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Nissan odd man out in partner Renault’s FCA merger decision

Some Japanese are using an old expression to describe how Nissan was left out of talks that led to the proposed merger between its French alliance partner Renault and Fiat Chrysler Automobiles: “kaya no soto.”

That translates to “outside the mosquito net,” or the unlucky person outside the net, getting bitten while others are safe inside. In other words, the odd man out.

Nissan Motor Co. wasn’t consulted in advance about the proposed merger announced last week, which would create the world’s third-biggest automaker, trailing only Volkswagen AG and Toyota Motor Corp.

Renault’s board is set to meet Tuesday to vote on the proposal. Even if the board greenlights merger negotiations, the process of consultations with unions, the French government, antitrust regulators and others is likely take about a year.

In any case, Nissan seemingly has no say.

The Yokohama-based automaker is 43% owned by Renault and holds 15% of its French partner. It has no option but to go along, at least for now.

Nissan’s position has weakened following the November arrest for alleged financial misconduct of its former chairman, Carlos Ghosn. The star executive was credited with leading Renault’s rescue of Nissan from near bankruptcy 20 years ago.

In recent years, until 2018, Nissan had been more profitable than Renault, with a solid reputation for quality and innovation and strong model lineup that includes the March subcompact, Leaf electric car and Infiniti luxury models.

Partnering with what could be a behemoth Renault-Fiat Chrysler would bring merits of scale, the cost savings that come from sharing platforms, components and research costs at a time when all the world’s automakers are rushing to develop energy-efficient and autonomous-driving technology.

But analysts warn such size would pose nightmares for coordination and decision-making. Nissan might also simply be dwarfed by its alliance partners.

“There is risk that Nissan will not be able to maintain its independence, its own brand power,” said Tatsuo Yoshida, senior analyst at Sawakami Asset Management in Tokyo. “It’s like the saying: Too many cooks spoil the broth.”

Reflecting widespread opinion, Yoshida said Nissan can’t afford to break with Renault: after two decades together, the automakers — and smaller alliance partner Mitsubishi Motors Corp. — share too many operations and products. Breaking free would take at least several years, spanning the product cycle of a vehicle, the time it takes from the design stage to the next model change.

“They’re already at the point of no return, like a couple that simply cannot get a divorce this late in the game,” he added.

In the intensely competitive auto world, going it alone would be perilous for Nissan, or any automaker, though there are a few exceptions, such as Japanese rival Honda Motor Co.

Despite longtime speculation about a full merger with Renault, Nissan has resisted. Should Renault merge with FCA, which combined the American and Italian automakers, the partnership will become still more unbalanced.

In theory, Nissan models and Chrysler models don’t overlap in the U.S. market, so there might be ways they could complement each other. But it’s unclear whether the companies will want such a partnership.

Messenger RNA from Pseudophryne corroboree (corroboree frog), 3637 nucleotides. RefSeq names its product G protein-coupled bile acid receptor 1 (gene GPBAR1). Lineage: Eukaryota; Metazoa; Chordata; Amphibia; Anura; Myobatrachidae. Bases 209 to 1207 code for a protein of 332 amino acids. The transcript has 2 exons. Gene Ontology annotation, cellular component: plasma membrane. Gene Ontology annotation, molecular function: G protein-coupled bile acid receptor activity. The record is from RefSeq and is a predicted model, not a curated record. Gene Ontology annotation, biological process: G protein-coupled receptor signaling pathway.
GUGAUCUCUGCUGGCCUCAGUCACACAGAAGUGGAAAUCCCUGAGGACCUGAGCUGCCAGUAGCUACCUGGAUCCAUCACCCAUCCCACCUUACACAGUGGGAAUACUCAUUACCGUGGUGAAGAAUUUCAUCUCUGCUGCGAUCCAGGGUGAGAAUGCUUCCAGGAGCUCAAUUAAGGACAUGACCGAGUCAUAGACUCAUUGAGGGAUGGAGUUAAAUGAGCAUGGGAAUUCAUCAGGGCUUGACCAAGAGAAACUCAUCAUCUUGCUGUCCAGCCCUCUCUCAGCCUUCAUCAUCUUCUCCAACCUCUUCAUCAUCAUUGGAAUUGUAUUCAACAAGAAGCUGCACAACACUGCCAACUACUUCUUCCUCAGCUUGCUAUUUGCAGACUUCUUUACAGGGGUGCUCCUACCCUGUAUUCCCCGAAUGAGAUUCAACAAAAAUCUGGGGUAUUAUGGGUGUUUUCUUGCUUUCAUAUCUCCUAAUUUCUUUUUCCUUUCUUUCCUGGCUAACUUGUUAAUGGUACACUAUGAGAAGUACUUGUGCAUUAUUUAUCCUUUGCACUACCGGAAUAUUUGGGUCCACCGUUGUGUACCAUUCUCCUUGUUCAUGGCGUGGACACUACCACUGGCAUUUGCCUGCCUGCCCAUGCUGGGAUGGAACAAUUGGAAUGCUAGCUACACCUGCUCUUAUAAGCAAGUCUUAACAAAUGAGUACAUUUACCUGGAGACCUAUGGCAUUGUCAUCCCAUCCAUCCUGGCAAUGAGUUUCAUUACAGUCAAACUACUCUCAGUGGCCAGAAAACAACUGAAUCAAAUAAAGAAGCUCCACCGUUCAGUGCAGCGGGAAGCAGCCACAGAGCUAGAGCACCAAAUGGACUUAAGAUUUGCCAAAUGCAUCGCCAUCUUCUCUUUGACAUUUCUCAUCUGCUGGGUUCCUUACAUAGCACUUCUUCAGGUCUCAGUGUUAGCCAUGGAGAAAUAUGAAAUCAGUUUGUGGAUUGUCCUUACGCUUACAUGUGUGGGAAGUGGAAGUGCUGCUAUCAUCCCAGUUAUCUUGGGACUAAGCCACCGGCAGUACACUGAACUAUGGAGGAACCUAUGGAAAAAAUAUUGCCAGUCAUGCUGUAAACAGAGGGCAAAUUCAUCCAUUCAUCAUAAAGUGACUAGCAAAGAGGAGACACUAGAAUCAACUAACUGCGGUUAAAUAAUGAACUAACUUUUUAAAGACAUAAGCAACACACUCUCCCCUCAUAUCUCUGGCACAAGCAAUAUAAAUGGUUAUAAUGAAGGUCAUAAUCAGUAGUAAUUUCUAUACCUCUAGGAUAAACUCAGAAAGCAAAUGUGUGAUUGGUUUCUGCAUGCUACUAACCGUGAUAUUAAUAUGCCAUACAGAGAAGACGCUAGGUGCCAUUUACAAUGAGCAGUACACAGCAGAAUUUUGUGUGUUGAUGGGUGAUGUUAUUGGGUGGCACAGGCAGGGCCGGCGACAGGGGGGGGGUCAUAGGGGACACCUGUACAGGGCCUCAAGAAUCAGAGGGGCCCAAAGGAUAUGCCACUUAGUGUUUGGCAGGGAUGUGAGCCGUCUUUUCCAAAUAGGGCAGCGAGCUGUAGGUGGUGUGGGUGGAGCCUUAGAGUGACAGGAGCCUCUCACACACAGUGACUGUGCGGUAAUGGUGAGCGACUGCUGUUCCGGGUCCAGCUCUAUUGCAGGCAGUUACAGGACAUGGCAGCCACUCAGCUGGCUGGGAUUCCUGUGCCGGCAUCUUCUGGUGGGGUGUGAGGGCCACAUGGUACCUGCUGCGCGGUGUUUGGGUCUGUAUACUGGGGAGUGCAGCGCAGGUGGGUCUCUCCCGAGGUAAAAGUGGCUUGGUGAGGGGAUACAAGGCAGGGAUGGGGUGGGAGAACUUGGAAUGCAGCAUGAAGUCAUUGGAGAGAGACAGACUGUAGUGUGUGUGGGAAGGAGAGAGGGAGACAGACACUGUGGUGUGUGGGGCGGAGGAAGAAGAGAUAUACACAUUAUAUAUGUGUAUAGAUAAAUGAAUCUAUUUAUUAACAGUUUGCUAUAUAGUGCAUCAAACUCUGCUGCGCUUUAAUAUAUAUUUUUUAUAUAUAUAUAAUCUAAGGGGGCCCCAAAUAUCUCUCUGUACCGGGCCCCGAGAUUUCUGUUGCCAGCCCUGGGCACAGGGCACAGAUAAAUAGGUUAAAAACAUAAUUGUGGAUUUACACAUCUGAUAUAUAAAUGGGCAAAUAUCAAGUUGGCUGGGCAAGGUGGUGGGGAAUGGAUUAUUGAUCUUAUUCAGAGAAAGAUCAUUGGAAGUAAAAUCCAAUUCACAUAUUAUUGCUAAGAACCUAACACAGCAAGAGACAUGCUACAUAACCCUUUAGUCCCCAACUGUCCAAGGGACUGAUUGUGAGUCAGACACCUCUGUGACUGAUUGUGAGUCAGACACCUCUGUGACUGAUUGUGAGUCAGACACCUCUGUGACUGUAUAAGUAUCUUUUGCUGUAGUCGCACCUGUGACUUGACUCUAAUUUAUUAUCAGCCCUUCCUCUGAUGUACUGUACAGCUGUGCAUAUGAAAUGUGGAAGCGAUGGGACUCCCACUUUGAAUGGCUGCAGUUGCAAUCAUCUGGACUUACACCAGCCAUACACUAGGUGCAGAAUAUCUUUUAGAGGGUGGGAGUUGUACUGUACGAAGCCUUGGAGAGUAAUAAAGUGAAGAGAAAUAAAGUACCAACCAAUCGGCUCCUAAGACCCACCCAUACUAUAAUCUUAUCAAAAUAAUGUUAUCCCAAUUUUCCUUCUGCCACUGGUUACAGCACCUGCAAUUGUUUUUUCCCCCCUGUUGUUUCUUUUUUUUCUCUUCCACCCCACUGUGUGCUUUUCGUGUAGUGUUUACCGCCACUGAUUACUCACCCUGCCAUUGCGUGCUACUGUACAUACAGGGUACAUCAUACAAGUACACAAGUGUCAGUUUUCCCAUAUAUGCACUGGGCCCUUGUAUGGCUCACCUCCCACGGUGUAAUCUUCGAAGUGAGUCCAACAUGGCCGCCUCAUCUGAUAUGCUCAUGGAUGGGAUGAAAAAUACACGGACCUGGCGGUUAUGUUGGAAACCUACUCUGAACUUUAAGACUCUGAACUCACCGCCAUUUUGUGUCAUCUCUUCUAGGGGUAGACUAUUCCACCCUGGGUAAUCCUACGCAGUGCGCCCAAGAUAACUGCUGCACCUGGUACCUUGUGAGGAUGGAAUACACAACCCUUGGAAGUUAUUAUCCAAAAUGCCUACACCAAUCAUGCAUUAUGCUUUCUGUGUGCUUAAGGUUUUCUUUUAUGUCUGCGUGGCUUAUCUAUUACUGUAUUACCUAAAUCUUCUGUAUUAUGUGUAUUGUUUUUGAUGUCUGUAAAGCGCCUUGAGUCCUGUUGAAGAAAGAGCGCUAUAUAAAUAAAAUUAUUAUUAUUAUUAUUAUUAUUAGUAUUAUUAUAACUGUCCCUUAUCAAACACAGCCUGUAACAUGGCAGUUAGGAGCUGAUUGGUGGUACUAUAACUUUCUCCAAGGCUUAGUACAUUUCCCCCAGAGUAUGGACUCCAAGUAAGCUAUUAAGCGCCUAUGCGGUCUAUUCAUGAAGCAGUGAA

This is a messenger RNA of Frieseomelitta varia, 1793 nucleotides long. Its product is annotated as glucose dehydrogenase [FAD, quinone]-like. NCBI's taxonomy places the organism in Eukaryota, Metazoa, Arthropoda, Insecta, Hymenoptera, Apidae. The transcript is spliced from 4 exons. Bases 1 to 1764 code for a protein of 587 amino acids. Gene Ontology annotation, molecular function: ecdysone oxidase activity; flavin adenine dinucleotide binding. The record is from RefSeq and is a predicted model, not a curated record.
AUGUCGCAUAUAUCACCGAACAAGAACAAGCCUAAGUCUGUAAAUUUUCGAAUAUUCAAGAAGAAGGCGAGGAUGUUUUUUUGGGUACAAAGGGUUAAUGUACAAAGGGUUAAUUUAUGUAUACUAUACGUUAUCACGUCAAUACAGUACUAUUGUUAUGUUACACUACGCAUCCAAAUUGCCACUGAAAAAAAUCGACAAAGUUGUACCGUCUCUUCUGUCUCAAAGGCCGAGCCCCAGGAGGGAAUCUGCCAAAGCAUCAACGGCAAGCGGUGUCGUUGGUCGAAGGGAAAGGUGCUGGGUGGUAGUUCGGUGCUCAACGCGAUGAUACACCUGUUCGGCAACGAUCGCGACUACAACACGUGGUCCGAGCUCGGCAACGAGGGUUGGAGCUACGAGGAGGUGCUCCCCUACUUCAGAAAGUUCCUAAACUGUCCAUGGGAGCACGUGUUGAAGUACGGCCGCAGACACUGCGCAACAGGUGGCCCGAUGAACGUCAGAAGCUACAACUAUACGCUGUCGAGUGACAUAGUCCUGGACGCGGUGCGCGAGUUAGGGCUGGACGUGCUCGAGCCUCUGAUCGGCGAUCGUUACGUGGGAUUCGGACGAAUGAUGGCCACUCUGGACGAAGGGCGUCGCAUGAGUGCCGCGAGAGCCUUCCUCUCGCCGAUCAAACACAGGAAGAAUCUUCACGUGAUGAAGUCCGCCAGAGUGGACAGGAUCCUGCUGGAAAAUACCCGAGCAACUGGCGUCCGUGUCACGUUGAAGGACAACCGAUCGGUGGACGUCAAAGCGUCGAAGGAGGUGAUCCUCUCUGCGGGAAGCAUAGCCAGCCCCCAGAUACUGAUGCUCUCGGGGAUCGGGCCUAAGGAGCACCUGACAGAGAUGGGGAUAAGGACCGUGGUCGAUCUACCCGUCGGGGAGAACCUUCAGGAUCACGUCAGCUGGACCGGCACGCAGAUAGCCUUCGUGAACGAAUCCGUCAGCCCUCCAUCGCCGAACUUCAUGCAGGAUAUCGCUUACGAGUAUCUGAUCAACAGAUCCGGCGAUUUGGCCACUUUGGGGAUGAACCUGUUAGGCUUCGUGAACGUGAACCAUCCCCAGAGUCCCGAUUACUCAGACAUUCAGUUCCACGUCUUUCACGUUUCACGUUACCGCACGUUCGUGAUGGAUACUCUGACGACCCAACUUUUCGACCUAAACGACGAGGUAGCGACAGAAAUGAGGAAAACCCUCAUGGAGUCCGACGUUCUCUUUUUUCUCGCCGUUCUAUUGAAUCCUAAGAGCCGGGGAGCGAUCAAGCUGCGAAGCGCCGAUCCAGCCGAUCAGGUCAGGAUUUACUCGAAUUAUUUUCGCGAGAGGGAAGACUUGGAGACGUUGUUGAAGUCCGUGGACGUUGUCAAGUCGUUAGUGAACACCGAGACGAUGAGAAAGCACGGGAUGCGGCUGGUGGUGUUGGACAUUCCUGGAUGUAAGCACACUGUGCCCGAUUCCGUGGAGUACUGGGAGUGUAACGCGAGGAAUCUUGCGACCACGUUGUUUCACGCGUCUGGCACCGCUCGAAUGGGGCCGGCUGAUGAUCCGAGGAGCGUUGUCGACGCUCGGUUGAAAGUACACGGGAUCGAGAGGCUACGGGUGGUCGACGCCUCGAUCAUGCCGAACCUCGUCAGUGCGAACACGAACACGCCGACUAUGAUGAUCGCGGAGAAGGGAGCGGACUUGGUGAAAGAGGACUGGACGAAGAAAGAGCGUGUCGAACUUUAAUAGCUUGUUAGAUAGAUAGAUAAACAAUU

In the meantime, Nissan is grappling with problems of its own.

Ghosn’s arrest has tarnished Nissan’s reputation and left it with something of a leadership vacuum, given his vast influence over the company before prosecutors arrested him on charges of under-reporting compensation and breach of trust.

Ghosn insists he is innocent but his trial has yet to start and is likely to take months. Nissan’s current leadership, headed by CEO Hiroto Saikawa, has vowed to beef up the company’s corporate governance.

Nissan’s profit for the fiscal year that ended in March tumbled to 319.1 billion yen ($2.9 billion), down from 746.9 billion yen the year before, its worst showing since the global financial crisis a decade ago. In this fiscal year it’s expected to drop to 170 billion yen ($1.5 billion), due to restructuring, rising material costs and other expenses. Analysts say Nissan’s North American operations, potentially a lucrative region for global automakers, especially need a fix.

Saikawa has adopted a cautious stance on the proposed merger, saying it could expand the scope for collaboration and create new opportunities.

“That said, the proposal currently being discussed is a full merger which, if realized, would significantly alter the structure of our partner Renault,” he said in a statement Monday. “This would require a fundamental review of the existing relationship between Nissan and Renault.”

In the unpredictable world of auto alliances, anything’s possible.

It’s conceivable that Saikawa is secretly courting another automaker and could make a surprise announcement, according to Satoru Takada, analyst at Tokyo-based consultancy TIW.

But the common wisdom, for now, is that Nissan’s options are limited.

It can politely put forward its views as the talks progress and hope to jockey for a better position in the group, Takada added.

There’s a risk, though, that Nissan’s partners might take advantage of its weaker position to extract one-sided gains from its manufacturing and technological prowess, he said.

“Renault sure did a number on Nissan,” said Takada. “Nissan has to work hard to retain its say and its freedom.”

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